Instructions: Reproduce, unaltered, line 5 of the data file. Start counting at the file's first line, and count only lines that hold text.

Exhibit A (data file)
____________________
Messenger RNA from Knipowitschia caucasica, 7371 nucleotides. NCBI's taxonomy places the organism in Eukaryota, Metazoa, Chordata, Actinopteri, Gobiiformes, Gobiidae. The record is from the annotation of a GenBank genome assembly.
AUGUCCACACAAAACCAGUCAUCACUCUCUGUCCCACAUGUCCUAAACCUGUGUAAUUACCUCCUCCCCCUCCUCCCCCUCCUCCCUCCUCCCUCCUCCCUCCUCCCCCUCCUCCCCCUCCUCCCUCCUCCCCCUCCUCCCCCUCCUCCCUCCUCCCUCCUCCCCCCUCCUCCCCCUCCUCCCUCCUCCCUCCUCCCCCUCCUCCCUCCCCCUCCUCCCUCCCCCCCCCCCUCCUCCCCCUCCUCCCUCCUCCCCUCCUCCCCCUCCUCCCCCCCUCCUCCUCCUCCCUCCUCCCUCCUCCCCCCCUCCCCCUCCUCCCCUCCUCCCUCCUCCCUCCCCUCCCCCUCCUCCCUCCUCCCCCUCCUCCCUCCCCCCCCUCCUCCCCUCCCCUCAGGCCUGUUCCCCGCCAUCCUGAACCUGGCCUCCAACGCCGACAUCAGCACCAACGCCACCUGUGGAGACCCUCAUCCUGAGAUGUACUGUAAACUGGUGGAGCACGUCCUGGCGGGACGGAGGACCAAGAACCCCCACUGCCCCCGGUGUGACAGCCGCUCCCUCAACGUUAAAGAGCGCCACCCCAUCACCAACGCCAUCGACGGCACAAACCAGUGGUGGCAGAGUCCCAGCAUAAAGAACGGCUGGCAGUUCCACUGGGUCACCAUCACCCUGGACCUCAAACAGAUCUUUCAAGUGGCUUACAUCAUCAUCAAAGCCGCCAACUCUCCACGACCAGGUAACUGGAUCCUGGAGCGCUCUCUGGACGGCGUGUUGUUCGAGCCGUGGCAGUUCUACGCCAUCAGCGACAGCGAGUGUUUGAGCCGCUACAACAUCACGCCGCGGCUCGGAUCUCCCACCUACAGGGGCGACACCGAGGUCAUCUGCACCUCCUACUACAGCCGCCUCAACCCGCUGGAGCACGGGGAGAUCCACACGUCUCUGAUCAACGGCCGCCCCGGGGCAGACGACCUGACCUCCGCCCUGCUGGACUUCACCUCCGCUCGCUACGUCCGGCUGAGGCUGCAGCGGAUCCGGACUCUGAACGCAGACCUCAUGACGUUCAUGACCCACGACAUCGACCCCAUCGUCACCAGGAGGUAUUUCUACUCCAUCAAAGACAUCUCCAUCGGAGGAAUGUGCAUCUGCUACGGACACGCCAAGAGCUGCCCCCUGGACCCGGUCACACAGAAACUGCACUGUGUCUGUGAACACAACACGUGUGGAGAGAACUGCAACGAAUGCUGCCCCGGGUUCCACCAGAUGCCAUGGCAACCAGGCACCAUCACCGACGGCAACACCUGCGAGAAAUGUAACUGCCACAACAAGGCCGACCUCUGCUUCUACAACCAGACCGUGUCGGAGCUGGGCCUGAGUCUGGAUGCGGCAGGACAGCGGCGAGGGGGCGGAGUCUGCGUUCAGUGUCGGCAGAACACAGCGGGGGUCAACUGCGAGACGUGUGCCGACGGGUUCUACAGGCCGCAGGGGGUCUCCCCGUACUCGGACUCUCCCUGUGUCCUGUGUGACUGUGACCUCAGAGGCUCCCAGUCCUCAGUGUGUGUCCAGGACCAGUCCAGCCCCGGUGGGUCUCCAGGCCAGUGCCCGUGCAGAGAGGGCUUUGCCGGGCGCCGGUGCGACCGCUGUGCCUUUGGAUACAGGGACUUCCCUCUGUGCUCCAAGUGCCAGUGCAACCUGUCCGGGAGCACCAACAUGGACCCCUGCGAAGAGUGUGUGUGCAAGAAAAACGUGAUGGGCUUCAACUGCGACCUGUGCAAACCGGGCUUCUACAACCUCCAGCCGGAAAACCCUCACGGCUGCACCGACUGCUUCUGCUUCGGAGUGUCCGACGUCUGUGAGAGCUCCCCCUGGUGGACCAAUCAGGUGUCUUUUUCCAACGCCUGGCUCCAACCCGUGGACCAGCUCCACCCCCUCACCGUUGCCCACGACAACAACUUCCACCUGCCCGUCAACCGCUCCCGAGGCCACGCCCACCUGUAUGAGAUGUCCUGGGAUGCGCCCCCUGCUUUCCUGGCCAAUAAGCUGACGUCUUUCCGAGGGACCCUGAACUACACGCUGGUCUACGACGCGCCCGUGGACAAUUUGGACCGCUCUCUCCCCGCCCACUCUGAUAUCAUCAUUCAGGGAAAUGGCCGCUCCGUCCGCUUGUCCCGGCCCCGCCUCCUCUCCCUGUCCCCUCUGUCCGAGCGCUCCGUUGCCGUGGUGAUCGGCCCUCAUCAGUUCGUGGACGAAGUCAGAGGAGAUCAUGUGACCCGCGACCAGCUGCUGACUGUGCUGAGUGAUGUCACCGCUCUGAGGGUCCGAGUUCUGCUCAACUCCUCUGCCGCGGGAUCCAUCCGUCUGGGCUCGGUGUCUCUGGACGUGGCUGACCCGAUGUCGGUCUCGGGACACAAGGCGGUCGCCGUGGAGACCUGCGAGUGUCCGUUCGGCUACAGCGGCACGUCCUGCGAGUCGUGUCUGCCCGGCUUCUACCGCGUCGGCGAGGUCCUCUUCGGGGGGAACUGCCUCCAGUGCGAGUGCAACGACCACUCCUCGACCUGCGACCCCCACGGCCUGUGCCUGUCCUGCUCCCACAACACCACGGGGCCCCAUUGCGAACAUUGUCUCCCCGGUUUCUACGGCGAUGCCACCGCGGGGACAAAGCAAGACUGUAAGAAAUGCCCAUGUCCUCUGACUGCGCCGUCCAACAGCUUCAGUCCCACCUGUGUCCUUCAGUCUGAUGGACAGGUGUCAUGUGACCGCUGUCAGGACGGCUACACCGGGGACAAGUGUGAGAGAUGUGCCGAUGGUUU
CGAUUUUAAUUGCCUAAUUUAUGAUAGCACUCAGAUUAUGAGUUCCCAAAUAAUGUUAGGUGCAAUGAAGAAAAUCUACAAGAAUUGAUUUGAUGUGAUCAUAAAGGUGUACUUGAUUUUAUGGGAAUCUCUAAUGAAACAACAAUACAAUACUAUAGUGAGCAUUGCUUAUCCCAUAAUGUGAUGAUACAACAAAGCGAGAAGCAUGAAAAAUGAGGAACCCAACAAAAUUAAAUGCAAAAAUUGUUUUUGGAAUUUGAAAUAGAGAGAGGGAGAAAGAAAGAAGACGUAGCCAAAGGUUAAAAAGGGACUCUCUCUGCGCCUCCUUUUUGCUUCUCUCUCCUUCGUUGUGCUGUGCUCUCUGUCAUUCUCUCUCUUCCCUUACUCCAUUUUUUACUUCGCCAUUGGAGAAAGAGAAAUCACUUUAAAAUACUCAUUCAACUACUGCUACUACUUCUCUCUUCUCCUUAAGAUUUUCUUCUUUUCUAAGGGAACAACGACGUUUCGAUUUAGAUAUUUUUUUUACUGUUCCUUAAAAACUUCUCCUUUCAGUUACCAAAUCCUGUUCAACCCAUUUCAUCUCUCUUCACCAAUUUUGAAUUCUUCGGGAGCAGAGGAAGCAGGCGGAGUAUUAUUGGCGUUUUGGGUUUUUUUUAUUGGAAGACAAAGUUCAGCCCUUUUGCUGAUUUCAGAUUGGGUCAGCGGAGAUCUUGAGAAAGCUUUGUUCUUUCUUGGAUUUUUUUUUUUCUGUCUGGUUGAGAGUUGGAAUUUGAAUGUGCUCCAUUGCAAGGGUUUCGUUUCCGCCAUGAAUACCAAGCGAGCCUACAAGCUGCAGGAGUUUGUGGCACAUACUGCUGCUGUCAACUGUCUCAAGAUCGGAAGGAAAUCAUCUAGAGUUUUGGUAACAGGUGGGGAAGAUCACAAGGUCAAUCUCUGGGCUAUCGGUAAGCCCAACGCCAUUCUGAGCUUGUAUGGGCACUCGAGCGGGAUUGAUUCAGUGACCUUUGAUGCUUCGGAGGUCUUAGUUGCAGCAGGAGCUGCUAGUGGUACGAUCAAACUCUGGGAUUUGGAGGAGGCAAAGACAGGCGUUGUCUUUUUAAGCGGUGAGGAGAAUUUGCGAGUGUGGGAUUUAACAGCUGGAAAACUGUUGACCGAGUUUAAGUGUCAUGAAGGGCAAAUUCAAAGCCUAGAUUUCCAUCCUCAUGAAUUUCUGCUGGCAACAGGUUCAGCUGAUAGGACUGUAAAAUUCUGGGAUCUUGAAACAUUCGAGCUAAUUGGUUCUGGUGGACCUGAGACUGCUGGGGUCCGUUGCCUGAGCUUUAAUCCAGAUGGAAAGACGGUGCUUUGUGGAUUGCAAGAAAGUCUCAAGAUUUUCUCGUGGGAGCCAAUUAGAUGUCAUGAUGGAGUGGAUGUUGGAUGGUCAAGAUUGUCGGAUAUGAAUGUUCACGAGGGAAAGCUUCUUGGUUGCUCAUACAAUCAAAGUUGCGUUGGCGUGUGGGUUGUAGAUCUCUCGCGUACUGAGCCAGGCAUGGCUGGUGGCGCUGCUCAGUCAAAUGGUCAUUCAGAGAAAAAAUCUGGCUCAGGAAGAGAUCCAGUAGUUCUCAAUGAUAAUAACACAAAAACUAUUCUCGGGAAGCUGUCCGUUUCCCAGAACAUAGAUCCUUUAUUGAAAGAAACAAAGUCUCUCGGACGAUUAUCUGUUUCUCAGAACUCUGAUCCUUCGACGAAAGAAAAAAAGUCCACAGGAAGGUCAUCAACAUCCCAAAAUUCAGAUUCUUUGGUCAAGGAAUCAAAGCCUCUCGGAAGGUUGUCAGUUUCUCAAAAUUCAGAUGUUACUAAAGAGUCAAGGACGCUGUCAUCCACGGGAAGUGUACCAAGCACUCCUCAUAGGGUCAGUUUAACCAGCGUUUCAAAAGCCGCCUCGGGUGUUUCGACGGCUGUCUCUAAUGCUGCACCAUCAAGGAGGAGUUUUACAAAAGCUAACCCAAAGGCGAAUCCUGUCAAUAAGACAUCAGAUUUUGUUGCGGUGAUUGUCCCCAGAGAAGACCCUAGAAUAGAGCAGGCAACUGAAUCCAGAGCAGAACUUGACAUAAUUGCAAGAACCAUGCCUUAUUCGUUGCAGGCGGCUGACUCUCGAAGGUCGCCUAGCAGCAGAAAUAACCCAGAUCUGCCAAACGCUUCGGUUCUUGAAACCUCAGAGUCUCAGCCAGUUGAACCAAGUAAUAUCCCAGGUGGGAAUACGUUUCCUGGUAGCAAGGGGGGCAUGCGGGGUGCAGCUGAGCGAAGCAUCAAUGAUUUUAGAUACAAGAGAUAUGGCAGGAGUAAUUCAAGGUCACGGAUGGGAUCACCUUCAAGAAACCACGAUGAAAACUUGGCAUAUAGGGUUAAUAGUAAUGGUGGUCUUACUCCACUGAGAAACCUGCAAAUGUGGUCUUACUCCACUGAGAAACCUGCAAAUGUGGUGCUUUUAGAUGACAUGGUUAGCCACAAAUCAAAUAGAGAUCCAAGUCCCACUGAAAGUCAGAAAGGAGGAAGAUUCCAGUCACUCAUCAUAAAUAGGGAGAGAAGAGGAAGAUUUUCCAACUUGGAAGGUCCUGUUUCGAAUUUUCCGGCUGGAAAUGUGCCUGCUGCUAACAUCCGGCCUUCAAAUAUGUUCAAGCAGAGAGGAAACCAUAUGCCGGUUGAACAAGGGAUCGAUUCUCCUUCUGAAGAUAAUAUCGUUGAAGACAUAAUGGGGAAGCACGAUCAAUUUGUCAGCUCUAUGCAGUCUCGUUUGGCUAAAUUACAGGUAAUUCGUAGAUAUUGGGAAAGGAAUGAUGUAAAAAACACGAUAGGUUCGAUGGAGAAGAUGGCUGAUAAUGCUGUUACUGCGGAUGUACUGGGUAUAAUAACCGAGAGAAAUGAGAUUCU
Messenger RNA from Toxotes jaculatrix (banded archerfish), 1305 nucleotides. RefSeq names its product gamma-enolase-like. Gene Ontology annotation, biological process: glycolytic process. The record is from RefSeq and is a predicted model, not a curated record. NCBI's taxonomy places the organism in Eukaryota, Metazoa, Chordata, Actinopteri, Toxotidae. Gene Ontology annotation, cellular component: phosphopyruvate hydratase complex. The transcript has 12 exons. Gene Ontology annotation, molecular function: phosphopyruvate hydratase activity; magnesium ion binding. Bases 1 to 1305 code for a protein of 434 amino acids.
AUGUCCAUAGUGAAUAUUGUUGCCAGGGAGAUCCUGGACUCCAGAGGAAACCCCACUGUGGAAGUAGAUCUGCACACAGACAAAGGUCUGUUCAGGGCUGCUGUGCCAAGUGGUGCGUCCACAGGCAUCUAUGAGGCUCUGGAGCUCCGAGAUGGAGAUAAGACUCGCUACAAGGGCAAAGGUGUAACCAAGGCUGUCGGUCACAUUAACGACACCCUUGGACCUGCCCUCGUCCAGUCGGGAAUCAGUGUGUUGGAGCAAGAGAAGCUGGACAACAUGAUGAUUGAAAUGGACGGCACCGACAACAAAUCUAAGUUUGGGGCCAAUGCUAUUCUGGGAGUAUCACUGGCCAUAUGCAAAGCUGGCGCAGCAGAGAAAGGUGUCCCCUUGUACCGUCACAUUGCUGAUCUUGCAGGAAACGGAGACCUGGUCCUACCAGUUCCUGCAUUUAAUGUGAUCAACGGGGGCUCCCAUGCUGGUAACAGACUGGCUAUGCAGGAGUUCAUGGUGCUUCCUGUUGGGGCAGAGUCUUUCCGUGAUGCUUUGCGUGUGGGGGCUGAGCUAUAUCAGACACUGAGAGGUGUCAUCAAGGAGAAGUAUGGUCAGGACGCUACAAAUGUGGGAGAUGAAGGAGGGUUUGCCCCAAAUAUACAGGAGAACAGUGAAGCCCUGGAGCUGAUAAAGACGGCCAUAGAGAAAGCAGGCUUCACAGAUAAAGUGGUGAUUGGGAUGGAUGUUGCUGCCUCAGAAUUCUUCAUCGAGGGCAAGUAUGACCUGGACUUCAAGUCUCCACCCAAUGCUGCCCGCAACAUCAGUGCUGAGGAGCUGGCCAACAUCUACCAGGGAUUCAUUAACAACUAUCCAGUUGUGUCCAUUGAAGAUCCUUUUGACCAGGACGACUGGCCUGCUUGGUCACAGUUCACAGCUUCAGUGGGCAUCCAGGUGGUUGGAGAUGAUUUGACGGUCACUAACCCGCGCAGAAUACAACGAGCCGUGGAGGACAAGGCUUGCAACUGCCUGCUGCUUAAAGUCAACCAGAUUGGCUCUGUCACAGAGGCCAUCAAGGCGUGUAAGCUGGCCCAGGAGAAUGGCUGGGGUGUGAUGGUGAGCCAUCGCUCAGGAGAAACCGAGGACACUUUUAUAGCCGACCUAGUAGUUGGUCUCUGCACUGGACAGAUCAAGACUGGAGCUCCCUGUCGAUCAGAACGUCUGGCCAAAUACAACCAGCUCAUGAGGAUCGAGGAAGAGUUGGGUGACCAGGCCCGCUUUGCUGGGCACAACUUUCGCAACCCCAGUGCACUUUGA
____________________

AUGUCCAUAGUGAAUAUUGUUGCCAGGGAGAUCCUGGACUCCAGAGGAAACCCCACUGUGGAAGUAGAUCUGCACACAGACAAAGGUCUGUUCAGGGCUGCUGUGCCAAGUGGUGCGUCCACAGGCAUCUAUGAGGCUCUGGAGCUCCGAGAUGGAGAUAAGACUCGCUACAAGGGCAAAGGUGUAACCAAGGCUGUCGGUCACAUUAACGACACCCUUGGACCUGCCCUCGUCCAGUCGGGAAUCAGUGUGUUGGAGCAAGAGAAGCUGGACAACAUGAUGAUUGAAAUGGACGGCACCGACAACAAAUCUAAGUUUGGGGCCAAUGCUAUUCUGGGAGUAUCACUGGCCAUAUGCAAAGCUGGCGCAGCAGAGAAAGGUGUCCCCUUGUACCGUCACAUUGCUGAUCUUGCAGGAAACGGAGACCUGGUCCUACCAGUUCCUGCAUUUAAUGUGAUCAACGGGGGCUCCCAUGCUGGUAACAGACUGGCUAUGCAGGAGUUCAUGGUGCUUCCUGUUGGGGCAGAGUCUUUCCGUGAUGCUUUGCGUGUGGGGGCUGAGCUAUAUCAGACACUGAGAGGUGUCAUCAAGGAGAAGUAUGGUCAGGACGCUACAAAUGUGGGAGAUGAAGGAGGGUUUGCCCCAAAUAUACAGGAGAACAGUGAAGCCCUGGAGCUGAUAAAGACGGCCAUAGAGAAAGCAGGCUUCACAGAUAAAGUGGUGAUUGGGAUGGAUGUUGCUGCCUCAGAAUUCUUCAUCGAGGGCAAGUAUGACCUGGACUUCAAGUCUCCACCCAAUGCUGCCCGCAACAUCAGUGCUGAGGAGCUGGCCAACAUCUACCAGGGAUUCAUUAACAACUAUCCAGUUGUGUCCAUUGAAGAUCCUUUUGACCAGGACGACUGGCCUGCUUGGUCACAGUUCACAGCUUCAGUGGGCAUCCAGGUGGUUGGAGAUGAUUUGACGGUCACUAACCCGCGCAGAAUACAACGAGCCGUGGAGGACAAGGCUUGCAACUGCCUGCUGCUUAAAGUCAACCAGAUUGGCUCUGUCACAGAGGCCAUCAAGGCGUGUAAGCUGGCCCAGGAGAAUGGCUGGGGUGUGAUGGUGAGCCAUCGCUCAGGAGAAACCGAGGACACUUUUAUAGCCGACCUAGUAGUUGGUCUCUGCACUGGACAGAUCAAGACUGGAGCUCCCUGUCGAUCAGAACGUCUGGCCAAAUACAACCAGCUCAUGAGGAUCGAGGAAGAGUUGGGUGACCAGGCCCGCUUUGCUGGGCACAACUUUCGCAACCCCAGUGCACUUUGA